Updated: April 22, 2021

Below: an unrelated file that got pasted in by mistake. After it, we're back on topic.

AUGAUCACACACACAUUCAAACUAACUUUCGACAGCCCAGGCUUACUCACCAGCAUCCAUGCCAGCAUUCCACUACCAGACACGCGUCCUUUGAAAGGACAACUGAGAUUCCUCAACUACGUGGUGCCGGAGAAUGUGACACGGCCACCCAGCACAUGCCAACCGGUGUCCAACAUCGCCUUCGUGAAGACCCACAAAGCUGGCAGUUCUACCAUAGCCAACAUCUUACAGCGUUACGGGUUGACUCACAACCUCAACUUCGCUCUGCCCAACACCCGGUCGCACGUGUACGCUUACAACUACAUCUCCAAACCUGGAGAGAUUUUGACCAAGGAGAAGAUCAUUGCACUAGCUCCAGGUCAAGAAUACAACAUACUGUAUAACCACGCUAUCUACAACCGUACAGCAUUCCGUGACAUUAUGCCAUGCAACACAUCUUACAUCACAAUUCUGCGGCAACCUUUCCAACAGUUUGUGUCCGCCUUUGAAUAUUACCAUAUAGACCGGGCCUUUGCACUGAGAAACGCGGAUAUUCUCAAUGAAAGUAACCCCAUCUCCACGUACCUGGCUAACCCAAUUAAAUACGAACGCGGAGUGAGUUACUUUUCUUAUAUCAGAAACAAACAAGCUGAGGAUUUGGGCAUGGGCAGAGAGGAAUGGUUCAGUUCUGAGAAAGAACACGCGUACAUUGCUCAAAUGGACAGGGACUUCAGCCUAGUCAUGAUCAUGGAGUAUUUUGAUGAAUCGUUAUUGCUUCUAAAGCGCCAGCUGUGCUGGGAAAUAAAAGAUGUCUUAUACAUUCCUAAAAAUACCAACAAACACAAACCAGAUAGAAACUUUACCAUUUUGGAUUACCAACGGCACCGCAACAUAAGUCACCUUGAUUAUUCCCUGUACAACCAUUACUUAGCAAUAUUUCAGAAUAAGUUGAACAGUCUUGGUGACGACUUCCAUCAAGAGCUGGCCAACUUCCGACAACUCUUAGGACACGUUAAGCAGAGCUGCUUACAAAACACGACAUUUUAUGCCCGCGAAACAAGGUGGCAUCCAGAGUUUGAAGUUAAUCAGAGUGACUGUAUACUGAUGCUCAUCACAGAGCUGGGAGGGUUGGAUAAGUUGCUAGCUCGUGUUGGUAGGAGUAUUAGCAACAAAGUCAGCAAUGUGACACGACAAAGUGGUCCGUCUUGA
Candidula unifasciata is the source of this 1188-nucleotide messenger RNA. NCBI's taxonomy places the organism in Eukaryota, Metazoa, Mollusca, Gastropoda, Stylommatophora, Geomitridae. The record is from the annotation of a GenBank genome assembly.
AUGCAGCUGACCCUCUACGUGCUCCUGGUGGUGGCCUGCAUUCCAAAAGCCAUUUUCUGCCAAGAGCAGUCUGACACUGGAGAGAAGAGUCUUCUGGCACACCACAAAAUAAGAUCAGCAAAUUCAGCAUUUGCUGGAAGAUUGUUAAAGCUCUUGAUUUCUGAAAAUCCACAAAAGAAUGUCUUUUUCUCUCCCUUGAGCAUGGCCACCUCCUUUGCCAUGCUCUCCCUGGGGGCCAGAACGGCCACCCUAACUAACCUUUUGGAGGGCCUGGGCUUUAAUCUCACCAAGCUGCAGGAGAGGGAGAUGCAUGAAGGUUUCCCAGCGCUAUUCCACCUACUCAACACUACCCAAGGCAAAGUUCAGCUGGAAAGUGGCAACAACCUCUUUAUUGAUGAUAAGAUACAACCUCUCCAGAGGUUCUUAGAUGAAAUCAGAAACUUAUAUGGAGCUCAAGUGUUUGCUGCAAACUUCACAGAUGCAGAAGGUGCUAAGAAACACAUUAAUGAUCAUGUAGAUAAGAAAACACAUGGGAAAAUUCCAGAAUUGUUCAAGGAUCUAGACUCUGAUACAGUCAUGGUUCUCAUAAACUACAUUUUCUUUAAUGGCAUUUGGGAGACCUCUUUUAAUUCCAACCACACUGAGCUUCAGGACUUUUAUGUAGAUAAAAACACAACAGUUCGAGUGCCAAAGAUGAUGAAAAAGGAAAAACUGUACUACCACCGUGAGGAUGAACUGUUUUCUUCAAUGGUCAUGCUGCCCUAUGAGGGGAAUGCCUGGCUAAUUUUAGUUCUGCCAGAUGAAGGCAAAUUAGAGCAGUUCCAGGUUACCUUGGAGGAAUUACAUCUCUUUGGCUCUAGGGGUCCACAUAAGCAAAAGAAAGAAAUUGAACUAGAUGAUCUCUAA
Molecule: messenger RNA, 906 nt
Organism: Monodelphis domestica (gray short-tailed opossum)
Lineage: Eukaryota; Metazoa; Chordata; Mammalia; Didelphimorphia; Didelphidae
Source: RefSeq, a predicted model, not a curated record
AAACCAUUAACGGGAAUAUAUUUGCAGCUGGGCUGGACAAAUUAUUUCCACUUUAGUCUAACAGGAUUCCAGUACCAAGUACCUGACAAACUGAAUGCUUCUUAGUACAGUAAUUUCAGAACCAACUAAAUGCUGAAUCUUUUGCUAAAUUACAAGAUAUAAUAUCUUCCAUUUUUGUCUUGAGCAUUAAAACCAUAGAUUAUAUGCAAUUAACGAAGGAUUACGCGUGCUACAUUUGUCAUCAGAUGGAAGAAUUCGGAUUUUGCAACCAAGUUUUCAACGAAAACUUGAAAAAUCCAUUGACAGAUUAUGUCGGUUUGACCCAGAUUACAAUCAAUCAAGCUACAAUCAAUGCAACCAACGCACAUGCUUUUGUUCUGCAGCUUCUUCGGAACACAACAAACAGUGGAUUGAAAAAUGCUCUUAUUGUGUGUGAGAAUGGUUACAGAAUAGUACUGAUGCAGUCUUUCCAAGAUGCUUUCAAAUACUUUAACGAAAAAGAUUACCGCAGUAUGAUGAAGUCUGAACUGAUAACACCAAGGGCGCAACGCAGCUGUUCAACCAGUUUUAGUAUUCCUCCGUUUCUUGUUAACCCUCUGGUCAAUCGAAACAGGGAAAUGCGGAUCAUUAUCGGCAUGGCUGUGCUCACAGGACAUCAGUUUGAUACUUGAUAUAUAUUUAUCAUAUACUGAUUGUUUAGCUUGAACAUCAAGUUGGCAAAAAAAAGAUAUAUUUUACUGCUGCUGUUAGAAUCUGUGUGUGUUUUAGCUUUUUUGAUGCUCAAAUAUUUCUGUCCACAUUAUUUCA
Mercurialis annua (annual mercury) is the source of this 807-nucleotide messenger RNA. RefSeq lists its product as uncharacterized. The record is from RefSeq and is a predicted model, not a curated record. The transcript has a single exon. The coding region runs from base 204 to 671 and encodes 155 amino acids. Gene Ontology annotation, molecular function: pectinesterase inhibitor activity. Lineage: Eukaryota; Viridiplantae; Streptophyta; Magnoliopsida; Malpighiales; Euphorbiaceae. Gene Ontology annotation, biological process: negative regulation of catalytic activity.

Taiwan has started to see infections pop up in communities without a clear source. To keep people safer from COVID-19, health officials have published new guidelines for residential communities. They stipulate the use of masks and sanitizer in communal areas and require leisure areas to be cordoned off. Officials have also restricted gatherings and festivals. Any event attracting more than 1,000 people must complete a COVID-19 risk assessment.A hand sanitizer dispenser sits at the community’s welcome desk, ready for everyone who comes in the door.The Central Epidemic Command Center has published new community management guidelines. Community managers must provide health gear such as masks to workers. Hand sanitizer must be provided at entrances, and children’s play areas or multi-use leisure areas must be closed.Lu Chung-kuangCommunity officialIn January our community had renovations done, so it was closed then, the play area, ball court and such like. We told the community that there was no entry allowed.Some communities moved into epidemic prevention gear super early, shutting play areas before the Lunar New Year. Cleaners have increased the frequency of their rounds, scrubbing each surface twice a day. They’re also reminding residents that it’s better not to talk in enclosed spaces like elevators, and to wash their hands after touching the buttons.A notice is posted on the community office: events for the elderly, like KTV and dinner evenings, are all canceled. Officials now recommend making a risk assessment before any kind of communal gathering. Anyone pregnant or with a chronic illness should stay away.Wen Mei-chuJinhua borough headWe’ve paused use of the karaoke system, the reading area, and even the loungers, because they have armrests. Our most important job each day is to talk to the building managers and see if they need any resources.Meanwhile, the chances of attending a big public event in the coming months are very slim. February saw the International Comics and Animation Festival in Taipei, attracting 400,000 anime and manga devotees over five days. Everyone was required to wear a mask in the venue and all health measures possible were in place. But a month later, the outbreak is only getting worse.Chen Shih-chungCentral Epidemic Command CenterThe World Health Organization has advised us to make 1,000 people the cut-off point between a large and small event. The bigger the event, the more stringent the risk assessment will need to be. For example the ventilation and crowding in the venue: there’ll need to be at least a meter of space between each person.Many upcoming concerts may have to be postponed. The Ministry of Culture convened a special task group to consider the Taipei International Book Exhibition, which is postponed until May. They’ll decide if it’s still going ahead by the end of March, depending on how the situation unfolds. In the face of the health risks, even the most eagerly awaited events may have to take a backseat.